Dr. Seuss' the Grinch Who Stole Christmas! The Musical -- Theater Review

Benjamin Walker
Jason Kempin/Getty Images

NEW YORK - OCTOBER 13:  Actor Benjamin Walker attends the "Bloody Bloody Jackson" opening night after party at Brasserie 8 1/2 on October 13, 2010 in New York City.

It's not hard to like anything even distantly connected with Dr. Seuss. The vitality of his characters, particularly his most evil and downtrodden ones, are so childish and therefore easily manipulated that the musical's happy ending after an hour or so provides a reasonable facsimile of good Christmas cheer.

The best tunes are the ones from the TV cartoon, and they are wisely repeated multiple times; the others have a tired air. The Whos, of course, are all marvelous dancers and clowns; their choreography is delightful, and the direction of all the goings-on is brilliant. The parent (Danny Gurwin, Melinda Gilb) and grandparent (Rosemary Loar, Stuart Zagnit) Whos are as lovably silly as they are stupid. The children are wonderful, with special mention to Kayley Stallings, who sings Cindy-Lou Who: She creates just the adorable, forthright, brave and courageous kind of little girl every Grinch needs to turn their life around.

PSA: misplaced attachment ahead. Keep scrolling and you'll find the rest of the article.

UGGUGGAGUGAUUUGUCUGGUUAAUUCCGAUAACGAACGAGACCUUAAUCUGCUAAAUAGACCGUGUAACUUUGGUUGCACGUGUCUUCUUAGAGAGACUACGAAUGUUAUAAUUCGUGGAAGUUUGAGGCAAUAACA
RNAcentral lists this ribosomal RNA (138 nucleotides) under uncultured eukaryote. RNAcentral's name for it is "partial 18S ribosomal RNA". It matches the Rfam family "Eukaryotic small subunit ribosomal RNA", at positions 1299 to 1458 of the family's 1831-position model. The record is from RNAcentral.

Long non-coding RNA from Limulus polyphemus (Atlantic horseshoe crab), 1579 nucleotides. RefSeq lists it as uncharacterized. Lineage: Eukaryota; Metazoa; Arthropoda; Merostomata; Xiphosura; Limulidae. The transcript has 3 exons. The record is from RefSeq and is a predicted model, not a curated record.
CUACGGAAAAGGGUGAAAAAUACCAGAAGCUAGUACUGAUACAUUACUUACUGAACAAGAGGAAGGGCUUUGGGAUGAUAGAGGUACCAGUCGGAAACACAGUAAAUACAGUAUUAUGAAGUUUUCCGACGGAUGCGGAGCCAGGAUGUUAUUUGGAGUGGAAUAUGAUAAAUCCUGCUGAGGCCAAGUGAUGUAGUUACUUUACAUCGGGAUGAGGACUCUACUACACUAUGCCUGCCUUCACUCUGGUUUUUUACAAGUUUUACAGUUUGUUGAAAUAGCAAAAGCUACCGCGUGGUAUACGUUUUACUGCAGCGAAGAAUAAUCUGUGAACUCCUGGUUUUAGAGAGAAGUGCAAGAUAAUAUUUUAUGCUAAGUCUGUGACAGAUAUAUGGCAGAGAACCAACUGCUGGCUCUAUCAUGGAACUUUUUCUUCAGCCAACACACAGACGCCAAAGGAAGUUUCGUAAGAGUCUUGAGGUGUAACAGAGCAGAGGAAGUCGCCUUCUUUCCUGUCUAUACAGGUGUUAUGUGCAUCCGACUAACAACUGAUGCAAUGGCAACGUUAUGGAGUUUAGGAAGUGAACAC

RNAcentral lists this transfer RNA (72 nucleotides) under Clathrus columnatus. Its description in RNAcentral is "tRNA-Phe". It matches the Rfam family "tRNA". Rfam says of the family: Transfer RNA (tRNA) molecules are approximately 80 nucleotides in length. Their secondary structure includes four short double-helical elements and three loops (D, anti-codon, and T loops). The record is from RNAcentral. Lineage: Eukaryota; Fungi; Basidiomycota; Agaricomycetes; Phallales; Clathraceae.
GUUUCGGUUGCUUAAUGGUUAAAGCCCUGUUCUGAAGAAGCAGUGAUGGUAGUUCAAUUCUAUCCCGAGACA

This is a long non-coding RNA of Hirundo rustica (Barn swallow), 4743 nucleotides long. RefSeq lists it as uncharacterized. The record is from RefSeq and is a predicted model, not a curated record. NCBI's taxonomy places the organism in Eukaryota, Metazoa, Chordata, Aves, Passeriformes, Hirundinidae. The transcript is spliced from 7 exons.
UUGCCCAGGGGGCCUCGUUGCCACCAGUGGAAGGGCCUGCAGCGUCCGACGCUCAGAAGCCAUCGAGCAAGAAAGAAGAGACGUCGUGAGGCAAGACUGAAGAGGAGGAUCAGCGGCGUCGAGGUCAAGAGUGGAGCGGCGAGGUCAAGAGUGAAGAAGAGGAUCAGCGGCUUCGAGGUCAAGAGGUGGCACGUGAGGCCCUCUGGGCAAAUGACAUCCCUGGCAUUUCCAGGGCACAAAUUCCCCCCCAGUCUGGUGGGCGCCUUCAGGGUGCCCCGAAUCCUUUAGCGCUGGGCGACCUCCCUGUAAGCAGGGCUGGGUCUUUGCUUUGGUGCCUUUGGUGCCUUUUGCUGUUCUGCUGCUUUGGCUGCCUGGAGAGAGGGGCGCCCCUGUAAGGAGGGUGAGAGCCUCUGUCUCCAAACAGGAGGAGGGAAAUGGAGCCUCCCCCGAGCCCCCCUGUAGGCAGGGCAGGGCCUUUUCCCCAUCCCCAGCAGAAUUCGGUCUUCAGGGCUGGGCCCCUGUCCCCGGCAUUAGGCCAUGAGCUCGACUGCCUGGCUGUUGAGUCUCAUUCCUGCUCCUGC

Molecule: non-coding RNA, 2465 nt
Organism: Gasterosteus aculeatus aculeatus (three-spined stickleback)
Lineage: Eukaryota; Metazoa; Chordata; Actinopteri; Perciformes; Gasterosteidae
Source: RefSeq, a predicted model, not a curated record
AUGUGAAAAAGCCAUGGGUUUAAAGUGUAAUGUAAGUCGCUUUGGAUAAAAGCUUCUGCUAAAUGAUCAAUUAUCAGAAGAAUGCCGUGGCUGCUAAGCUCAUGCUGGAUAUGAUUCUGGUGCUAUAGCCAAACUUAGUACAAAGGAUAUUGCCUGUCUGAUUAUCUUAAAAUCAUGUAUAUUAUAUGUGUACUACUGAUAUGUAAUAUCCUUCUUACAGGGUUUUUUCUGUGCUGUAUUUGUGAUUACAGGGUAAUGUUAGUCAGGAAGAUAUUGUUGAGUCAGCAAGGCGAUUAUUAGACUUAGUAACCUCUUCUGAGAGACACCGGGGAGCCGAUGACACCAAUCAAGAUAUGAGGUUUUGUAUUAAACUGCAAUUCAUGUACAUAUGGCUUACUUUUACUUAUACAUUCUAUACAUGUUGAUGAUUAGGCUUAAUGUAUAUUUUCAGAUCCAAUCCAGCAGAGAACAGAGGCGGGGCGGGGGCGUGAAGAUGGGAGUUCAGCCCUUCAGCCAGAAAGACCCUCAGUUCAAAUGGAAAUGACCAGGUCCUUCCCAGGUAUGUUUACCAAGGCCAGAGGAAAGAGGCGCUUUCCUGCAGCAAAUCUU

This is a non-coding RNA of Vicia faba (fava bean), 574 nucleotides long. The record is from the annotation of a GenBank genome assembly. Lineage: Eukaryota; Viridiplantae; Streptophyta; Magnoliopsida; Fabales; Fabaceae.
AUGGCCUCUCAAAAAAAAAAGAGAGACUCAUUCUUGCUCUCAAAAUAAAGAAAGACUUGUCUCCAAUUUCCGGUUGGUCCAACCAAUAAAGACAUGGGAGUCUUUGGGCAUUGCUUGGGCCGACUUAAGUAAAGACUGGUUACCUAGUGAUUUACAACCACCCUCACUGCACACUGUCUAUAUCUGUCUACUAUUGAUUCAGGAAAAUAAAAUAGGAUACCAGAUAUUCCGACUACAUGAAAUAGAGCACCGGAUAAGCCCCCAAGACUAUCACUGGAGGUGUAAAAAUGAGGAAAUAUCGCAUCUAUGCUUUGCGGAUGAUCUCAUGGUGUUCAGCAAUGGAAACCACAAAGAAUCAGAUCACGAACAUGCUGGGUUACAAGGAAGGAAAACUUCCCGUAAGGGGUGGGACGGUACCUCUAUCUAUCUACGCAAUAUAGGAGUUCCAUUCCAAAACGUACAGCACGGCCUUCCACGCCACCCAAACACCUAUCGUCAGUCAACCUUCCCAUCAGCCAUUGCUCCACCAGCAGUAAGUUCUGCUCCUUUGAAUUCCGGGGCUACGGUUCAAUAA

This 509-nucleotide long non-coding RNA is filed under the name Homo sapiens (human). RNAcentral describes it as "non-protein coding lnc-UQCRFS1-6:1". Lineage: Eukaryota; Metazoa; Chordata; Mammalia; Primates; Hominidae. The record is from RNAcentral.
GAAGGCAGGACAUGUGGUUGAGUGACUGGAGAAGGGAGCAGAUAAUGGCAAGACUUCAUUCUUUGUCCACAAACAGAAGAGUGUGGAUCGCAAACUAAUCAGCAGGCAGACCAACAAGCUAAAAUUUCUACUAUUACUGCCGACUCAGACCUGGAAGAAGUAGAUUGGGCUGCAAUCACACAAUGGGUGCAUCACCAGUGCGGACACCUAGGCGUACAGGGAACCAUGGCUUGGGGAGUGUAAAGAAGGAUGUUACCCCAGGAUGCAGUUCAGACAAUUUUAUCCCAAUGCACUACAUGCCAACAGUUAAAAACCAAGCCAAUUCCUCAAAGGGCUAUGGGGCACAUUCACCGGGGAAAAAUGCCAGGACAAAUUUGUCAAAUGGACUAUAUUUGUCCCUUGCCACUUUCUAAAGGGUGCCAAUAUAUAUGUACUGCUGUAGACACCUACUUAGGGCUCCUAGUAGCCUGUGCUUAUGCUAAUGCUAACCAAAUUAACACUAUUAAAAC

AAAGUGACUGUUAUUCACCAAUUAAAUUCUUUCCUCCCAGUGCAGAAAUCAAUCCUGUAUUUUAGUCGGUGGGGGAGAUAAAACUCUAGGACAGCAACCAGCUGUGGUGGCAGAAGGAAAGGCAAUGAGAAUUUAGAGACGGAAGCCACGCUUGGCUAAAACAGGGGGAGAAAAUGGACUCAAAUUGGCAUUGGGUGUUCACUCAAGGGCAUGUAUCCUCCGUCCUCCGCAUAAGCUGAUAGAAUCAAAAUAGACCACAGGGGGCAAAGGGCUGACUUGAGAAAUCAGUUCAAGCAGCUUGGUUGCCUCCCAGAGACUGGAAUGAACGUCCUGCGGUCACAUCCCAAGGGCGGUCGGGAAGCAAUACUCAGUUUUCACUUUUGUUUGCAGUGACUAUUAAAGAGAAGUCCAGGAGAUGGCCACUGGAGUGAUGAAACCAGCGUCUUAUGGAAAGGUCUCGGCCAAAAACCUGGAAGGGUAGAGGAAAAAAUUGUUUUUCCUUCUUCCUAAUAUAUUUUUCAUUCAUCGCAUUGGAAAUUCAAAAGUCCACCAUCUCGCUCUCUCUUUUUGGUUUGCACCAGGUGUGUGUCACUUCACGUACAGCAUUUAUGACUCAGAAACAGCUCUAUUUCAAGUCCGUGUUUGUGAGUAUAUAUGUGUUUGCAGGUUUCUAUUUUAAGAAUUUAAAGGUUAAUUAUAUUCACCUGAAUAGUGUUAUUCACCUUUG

"Grinch" is perfect for children, though one might shriek at the Grinch's entrance. (Have an arm around their shoulder if you're concerned.) But rest assured that from there on out, Stefan Karl's characterization of the Grinch is so broad that any momentary terror will be overcome by his inescapable good humor, mind-boggling antics, breathtaking makeup and great costume. For Grinch aficionados, Karl manages all this along with a Shakespearean sense of the fool.

As a tired, old, reflective Max (the Grinch's dog) bordering on depression, John Larroquette resists sentimentality and works hard to earn the audience's love. As young Max, James Royce Edwards does all the running, jumping and singing things with wholesome energy and charm; he deserves more thespian attention from the other principals. All he gets from them are stares.

Venue: Pantages Theatre, Hollywood (Through Jan. 3)
Cast: Stefan Karl, James Royce Edwards, Kayley Stallings
Book-lyrics: Timothy Mason
Composer: Mel Marvin
Director: Matt August
Choreographers: John DeLuca, Bob Richard
Set designer: John Lee Beatty
Costume designer: Robert Morgan
Lighting designers: Pat Collins, D.M. Wood
Sound designer: Acme Sound Partners